on January 25, 2011
This book is a must-read for anyone building an information security awareness program. Ms. Herold lays out a fantastic game plan for security awareness for not only the sake of information security, but to meet regulatory compliance as well. For me, this book was used as a reference guide. When I was tasked with developing and improving upon an already existing security awareness program, I used many tactics right from this book. The concept of measuring the effectiveness of the program throughout is woven throughout this book. Being able to show the effectiveness of an information security awareness program is important in the best of times, but as budgets shrink metrics become absolutely critical.
on April 14, 2011
Rebecca Herold is one of the leading authorities and experts on privacy and information security awareness training. What sets her apart beyond her extensive background in computer science is that of an educator. She is particularly focused on the adult learner and what motivates them. Unfortunately, Privacy and Information Security Awareness training is too often relegated to security specialists who typically do not have a clue on how to effectively develop or manage a program for training users. Treated as just another policy or regulatory mandate that needs to be checked off, it's tasked to an already overburdened security professional. No wonder what often develops is a generic program with no relevance to the organization or the employees role. Or even worse, a "Death by Powerpoint" slideshow masquerading as training.
With all that said, it's understandable. Given today's budget constraints and other demands it's not always possible to develop an awareness program tailored to your organization and its particular users and needs. However, responsible organizations still need to perform the due diligence necessary to evaluate the most appropriate options and deliver the best program possible. If you are committed to this goal there is no better resource than Managing an Information Security and Privacy Awareness and Training Program by Rebecca Herold.
While Ms. Herold does not provide detailed content on privacy and information security awareness (although the book is overflowing with references to such material) it does provide an incredibly comprehensive framework for developing and managing a program. It is broken down into 19 chapters and 22 appendices that provide relevant and detailed information on all aspects covering the why, what and how of managing an awareness program. Some key chapters include:
- Why Training and Awareness are Important (provides solid arguments in justifying a comprehensive program)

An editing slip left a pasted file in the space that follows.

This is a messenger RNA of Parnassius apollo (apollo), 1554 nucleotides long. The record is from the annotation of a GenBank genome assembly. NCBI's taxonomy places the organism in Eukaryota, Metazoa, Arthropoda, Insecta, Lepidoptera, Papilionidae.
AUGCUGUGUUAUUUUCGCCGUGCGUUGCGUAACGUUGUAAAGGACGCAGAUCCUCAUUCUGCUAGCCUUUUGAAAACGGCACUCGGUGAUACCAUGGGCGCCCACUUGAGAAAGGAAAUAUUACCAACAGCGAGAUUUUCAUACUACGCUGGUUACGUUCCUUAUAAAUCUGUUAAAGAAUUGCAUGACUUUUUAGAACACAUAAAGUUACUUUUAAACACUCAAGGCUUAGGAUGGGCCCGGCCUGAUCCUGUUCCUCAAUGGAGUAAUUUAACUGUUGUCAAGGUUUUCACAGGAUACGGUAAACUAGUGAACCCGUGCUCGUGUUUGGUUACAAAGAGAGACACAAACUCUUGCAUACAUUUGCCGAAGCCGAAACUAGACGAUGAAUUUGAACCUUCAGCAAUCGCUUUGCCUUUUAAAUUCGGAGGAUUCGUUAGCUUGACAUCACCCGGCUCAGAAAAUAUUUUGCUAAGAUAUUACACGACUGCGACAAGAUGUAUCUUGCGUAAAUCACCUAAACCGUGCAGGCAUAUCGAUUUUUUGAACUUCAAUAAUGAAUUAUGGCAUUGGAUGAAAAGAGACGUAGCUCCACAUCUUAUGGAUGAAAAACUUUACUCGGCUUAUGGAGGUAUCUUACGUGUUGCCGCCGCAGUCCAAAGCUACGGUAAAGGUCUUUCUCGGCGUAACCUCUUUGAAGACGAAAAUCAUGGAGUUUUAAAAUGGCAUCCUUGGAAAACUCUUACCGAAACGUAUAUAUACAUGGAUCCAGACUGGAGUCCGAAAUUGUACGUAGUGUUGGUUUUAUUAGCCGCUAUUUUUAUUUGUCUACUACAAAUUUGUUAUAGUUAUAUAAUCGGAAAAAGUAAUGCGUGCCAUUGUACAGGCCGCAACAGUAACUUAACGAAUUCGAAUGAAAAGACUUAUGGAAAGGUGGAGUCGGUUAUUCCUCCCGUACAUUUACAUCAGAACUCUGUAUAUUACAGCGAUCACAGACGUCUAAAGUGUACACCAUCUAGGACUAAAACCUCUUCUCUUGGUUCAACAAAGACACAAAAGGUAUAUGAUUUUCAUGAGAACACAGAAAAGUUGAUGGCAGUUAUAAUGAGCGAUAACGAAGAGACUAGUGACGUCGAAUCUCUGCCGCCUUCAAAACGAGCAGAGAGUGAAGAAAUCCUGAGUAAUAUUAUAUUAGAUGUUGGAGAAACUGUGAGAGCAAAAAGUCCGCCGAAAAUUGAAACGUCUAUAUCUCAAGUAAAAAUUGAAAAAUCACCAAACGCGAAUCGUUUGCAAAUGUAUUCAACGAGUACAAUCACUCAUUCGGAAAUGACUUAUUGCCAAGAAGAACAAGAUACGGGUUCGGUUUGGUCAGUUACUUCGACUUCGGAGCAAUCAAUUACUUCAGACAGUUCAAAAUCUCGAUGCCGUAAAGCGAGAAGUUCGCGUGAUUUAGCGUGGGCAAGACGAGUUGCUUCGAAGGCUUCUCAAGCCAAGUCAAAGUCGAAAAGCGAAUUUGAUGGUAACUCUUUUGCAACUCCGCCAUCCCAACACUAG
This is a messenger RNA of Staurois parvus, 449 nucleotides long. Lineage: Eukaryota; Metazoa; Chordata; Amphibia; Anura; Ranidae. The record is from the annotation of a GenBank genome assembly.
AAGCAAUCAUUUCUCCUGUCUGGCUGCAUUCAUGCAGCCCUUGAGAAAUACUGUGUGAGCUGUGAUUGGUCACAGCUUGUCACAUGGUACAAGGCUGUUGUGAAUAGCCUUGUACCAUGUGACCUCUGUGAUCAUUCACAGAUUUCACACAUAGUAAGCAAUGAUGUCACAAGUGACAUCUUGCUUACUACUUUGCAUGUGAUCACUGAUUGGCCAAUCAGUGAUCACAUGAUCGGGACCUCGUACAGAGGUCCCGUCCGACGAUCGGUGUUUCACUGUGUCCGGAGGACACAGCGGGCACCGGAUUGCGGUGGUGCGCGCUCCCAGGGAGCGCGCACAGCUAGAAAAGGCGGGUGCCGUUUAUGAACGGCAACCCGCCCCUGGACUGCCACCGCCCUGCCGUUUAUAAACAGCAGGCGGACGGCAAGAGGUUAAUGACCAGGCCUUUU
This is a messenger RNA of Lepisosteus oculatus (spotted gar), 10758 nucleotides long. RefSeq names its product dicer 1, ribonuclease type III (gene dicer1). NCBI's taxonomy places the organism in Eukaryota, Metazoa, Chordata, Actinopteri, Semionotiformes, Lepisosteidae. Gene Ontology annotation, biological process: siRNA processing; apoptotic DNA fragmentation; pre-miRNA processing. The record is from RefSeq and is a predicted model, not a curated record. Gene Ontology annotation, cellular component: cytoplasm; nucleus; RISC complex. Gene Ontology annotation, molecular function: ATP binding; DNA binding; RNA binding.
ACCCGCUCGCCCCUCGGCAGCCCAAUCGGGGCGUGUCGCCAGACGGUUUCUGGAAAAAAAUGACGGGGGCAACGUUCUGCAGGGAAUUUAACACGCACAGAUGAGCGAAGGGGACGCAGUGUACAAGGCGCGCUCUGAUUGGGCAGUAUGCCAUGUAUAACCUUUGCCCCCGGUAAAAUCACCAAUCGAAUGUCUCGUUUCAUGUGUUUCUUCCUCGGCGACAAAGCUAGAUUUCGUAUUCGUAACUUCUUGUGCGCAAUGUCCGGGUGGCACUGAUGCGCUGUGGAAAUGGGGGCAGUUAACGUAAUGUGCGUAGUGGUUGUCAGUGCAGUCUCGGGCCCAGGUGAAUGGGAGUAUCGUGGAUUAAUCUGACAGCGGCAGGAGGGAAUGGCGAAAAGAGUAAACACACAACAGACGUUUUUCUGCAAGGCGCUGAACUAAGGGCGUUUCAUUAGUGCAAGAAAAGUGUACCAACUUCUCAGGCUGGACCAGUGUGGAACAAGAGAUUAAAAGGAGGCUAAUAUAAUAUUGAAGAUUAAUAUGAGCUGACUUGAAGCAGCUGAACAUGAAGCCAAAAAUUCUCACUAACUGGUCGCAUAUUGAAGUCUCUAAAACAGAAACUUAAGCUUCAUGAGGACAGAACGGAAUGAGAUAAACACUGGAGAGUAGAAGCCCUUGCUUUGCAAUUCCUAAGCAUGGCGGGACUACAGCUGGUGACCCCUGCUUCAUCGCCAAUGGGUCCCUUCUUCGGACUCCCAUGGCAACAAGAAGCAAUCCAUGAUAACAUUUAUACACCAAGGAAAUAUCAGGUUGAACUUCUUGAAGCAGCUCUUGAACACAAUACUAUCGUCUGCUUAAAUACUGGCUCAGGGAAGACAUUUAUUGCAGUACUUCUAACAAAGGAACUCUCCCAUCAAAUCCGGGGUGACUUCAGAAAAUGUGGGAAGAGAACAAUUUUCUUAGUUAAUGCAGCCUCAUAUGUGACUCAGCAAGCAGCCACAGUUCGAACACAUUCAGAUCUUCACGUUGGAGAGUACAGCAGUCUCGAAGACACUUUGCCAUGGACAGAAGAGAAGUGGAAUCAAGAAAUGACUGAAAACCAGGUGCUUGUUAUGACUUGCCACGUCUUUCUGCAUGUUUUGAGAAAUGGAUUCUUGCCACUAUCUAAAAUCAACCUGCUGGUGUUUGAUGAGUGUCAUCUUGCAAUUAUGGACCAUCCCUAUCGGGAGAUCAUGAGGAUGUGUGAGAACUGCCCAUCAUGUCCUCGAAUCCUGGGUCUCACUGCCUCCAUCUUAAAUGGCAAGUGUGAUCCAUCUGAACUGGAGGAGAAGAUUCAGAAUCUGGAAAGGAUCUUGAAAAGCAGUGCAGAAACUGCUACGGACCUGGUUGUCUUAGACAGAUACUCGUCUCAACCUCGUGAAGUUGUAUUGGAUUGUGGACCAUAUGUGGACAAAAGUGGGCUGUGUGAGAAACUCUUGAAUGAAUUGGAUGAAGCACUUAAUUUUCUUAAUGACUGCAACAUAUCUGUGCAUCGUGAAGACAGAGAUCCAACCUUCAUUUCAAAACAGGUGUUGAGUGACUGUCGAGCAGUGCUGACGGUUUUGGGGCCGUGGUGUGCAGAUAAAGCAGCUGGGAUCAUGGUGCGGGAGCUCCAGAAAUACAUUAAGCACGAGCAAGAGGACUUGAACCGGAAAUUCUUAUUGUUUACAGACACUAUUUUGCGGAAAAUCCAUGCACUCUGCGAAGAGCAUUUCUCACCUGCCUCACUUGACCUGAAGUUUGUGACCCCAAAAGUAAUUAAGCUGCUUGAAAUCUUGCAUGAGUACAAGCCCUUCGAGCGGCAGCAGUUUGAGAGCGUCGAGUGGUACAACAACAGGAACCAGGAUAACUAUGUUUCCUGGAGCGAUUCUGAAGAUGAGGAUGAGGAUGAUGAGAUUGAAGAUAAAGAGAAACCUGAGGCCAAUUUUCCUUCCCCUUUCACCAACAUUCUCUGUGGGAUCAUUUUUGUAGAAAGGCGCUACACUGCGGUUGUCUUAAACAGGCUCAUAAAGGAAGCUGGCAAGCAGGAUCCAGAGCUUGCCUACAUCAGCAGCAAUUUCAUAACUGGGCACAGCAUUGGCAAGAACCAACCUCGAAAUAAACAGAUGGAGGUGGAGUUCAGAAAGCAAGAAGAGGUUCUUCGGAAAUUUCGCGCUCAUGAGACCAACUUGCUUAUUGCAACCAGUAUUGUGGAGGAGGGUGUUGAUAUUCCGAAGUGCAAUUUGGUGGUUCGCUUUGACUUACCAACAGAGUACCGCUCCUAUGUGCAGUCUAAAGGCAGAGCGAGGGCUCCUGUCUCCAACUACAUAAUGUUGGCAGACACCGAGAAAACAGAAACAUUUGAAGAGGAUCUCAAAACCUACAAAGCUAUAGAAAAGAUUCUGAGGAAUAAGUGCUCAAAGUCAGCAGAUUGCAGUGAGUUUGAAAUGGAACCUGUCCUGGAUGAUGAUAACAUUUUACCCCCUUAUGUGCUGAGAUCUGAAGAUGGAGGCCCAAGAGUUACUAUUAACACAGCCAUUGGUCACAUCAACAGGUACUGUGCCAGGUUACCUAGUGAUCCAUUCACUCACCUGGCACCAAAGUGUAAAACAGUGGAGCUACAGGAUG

- Get Executive Support and Sponsorship
- Define Your Message
- Common Corporate Education Mistakes (must reading!!)
- Getting Started (excellent roadmap for any organization)
If you're looking to buttress an argument that privacy and information security awareness training is useful in reducing security incidents, the information in chapter 3 that outlines specific legal and regulatory requirements for doing so will drive your point home.
Although the book is comprehensive, it also serves as a useful quick reference. For instance, in chapter 14 on "Awareness Materials Design and Development" she includes over 250 Awareness ideas - from inviting guest speakers to talk about information security, to creating special fortune cookies with an information security awareness message. This list alone is worth the cost of the book for many organizations trying to come up with new and clever ideas to raise awareness.
Lastly, while this is not a book you will download to your Kindle for a read at the beach, it is very clear and well written. I did not find any significant errors, omissions or outdated information, which unfortunately is all too rare these days in books of this kind.
Forget trolling through myriads of blogs, magazine articles, websites and fluff-filled books. This book is the resource you need.
on January 1, 2006
Rebecca Herold introduces her own book very eloquently: "I wrote this book to provide a starting point and an all-in-one resource for information security and privacy education practitioners. I incorporated much of the information and knowledge I obtained while working on my MA in computer science and education as applicable to providing education to adult learners. Additionally, I included the same type of information that I have used and found helpful over the years when creating awareness and training programs ... My goal was to provide a more comprehensive resource of everything involved with managing an information security and privacy training and awareness program than I had been able to find - a reference for practitioners to go to when implementing any part of their education program and get ideas that will help them be successful with their own program."